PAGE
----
Triin and I arrived in Nagoya by train and hooked up with our hostess Changmi - she is super - she took us to a Halloween party where we played and then jammed with the band - amazing guitarist and a saxophonist to make Kevin buster blush - almost. The waiter there suggested we went to another bar called Jajaa - where we did rinse out. The owner started playing guitar and then the bar-lady started playing ukulele and a big guy turned up and started banging the drum. After a few surupticious phone calls a few more members of the band turned up. One took down the tambourine and proceeded to rinse, another sang like a frog, a really cute little girl who looked 13 years old came in smoking a cigarette and wearing a motorcycle helmet and the BIG drum-banger picked up an accordion and put it on her - pining her slight body onto a chair under the weight of the giant accordion. By the end pretty much everyone in the bar was rinsing on a bizarre collection of ancient instruments of music: bass drums, conta-bass, wash-board and whistle! They made some fantastic music!
We set up a gig there for the next Sunday. The musical exchange died down and they all faded into the night, we followed them around 5am.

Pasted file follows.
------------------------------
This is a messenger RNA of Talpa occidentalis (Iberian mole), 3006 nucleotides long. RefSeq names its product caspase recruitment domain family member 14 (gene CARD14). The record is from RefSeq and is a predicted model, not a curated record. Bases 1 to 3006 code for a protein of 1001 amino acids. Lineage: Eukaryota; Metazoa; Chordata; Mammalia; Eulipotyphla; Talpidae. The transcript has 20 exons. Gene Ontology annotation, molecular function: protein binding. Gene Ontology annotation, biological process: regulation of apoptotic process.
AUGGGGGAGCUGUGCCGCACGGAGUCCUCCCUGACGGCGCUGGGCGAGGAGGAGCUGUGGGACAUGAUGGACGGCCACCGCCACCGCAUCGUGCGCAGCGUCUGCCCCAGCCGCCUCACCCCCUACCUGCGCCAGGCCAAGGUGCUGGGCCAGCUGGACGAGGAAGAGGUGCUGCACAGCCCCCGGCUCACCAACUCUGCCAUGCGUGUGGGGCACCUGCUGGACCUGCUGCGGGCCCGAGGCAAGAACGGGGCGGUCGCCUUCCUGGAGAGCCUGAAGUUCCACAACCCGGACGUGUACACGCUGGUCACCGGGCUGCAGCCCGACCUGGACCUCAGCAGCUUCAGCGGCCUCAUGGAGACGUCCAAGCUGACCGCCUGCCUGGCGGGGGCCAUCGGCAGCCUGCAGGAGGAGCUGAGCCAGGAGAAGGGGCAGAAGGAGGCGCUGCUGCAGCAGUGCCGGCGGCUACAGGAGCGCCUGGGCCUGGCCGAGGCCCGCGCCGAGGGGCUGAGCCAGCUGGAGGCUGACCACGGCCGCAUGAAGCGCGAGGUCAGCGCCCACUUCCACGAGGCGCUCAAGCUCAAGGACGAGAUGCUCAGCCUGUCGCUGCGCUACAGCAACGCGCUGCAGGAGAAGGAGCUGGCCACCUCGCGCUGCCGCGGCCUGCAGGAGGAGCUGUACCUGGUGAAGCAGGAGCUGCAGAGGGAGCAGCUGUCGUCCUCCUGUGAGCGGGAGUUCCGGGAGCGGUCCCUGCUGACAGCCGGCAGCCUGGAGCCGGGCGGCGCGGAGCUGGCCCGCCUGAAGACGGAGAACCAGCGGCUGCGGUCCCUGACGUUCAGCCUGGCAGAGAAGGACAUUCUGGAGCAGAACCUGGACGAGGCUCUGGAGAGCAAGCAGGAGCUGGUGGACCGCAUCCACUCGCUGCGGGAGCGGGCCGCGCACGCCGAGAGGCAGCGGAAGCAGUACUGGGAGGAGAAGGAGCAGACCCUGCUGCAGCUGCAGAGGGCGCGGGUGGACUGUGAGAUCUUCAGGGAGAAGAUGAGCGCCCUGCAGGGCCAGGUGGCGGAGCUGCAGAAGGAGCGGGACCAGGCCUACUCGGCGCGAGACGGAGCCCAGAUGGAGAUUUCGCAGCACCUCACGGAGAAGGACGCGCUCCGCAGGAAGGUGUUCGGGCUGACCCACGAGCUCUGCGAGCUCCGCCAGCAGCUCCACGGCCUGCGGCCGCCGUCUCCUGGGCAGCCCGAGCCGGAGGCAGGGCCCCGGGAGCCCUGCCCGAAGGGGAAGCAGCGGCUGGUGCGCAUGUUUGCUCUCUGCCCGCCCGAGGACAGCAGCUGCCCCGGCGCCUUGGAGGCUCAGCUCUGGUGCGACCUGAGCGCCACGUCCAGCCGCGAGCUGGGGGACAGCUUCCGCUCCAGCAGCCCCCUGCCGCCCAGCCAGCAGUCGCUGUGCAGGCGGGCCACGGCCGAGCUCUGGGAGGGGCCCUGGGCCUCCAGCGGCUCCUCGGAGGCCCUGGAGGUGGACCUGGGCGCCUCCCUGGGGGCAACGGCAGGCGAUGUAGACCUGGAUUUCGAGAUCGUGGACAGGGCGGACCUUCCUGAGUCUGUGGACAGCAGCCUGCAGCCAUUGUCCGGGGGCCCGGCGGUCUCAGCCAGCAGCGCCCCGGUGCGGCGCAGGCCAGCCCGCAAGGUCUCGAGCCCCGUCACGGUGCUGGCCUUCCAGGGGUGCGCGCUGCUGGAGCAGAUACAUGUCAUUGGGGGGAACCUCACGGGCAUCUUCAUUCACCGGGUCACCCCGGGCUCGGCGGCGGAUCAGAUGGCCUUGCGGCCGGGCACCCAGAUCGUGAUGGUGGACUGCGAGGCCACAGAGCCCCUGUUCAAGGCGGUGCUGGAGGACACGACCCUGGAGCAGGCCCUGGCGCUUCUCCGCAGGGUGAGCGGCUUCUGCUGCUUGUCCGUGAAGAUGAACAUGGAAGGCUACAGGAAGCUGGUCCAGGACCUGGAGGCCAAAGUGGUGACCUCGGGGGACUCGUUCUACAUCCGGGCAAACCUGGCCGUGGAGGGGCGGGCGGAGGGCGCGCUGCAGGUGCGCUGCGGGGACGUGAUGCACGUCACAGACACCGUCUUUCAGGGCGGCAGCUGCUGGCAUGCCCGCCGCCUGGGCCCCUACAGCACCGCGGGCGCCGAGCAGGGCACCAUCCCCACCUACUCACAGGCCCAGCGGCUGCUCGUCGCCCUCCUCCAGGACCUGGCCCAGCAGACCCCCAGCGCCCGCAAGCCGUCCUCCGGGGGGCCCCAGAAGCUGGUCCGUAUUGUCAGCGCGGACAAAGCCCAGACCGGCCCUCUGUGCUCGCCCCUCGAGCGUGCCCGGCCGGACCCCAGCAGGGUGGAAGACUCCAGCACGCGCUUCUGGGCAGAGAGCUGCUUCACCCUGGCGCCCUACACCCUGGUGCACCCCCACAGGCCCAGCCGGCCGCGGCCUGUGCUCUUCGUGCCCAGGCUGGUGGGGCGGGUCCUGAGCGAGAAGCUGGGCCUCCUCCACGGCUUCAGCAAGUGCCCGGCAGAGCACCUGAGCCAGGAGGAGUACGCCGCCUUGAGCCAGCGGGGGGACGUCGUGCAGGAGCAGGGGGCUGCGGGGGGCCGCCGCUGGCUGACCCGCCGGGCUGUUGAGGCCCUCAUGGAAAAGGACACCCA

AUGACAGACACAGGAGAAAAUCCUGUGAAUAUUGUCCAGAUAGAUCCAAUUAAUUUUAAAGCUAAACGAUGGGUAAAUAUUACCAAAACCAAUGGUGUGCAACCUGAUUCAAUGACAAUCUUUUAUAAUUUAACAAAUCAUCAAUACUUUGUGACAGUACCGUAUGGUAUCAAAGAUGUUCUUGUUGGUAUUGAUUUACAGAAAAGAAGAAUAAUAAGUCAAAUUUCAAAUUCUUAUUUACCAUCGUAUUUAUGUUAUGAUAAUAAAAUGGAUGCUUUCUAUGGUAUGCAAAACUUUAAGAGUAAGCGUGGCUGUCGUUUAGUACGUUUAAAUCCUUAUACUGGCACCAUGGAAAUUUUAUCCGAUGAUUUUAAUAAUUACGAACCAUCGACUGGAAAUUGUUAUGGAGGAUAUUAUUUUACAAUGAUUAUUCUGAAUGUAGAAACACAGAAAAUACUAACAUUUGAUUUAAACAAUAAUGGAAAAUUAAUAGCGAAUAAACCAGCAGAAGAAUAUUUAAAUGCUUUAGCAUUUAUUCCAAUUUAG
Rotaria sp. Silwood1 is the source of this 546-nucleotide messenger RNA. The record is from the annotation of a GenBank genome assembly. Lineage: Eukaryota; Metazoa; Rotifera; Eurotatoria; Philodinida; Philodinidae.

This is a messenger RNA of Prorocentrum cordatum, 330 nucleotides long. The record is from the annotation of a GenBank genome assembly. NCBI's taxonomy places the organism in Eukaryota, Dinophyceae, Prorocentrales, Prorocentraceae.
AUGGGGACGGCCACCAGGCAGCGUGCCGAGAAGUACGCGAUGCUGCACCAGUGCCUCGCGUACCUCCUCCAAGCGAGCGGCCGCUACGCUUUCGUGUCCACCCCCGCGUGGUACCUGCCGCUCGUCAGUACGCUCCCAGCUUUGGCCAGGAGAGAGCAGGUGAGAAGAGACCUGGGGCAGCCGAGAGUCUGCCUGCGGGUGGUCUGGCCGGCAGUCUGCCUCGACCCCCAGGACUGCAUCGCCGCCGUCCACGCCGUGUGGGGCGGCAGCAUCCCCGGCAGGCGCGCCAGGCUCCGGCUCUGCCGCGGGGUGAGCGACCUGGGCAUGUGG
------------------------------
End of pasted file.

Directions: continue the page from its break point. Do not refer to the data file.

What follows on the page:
maybe check their website:
Jaaja is the name of the band leader`s cat who died, he wrote a song about the funeral and called the bar after the dead cat and there is a cat sculpture above the door. Japanese are so delicate. I was so impressed! They touch things with such care and respect - I would not say love but that is perhaps an unavoidable human emotion that comes anyhow. They obvious love what they do and when you do anything with such tenderness you enter a state of meditation where you have deeper feeling and sensitivity for your actions and the results. I am very impressed. It is like the science of the soul revealed. Very quiet and calm. Our hostess` mum has a cafe and we went to see her and she gave us sake cups that whistle when you drink them and parchment from a Korean almanac from 150 years ago - printed in the old fasioned way - she just tore out pictures - she uses the paper to paper the inside of antique Japanese furnature for her antique shop. She was so kind!
I was thinking about dreams - I thought that opening a bar like the jajaa bar would be a project I would like to take on but you know all my life projects have been too big to be possible really so I did not know how to start them. That is why I am just floating around the world!! He He!
What are your dreams out there guys? Anyone wants to publish a book by a hobo who has bummer around Asia and Europe and painted pictures all the way?
* * * *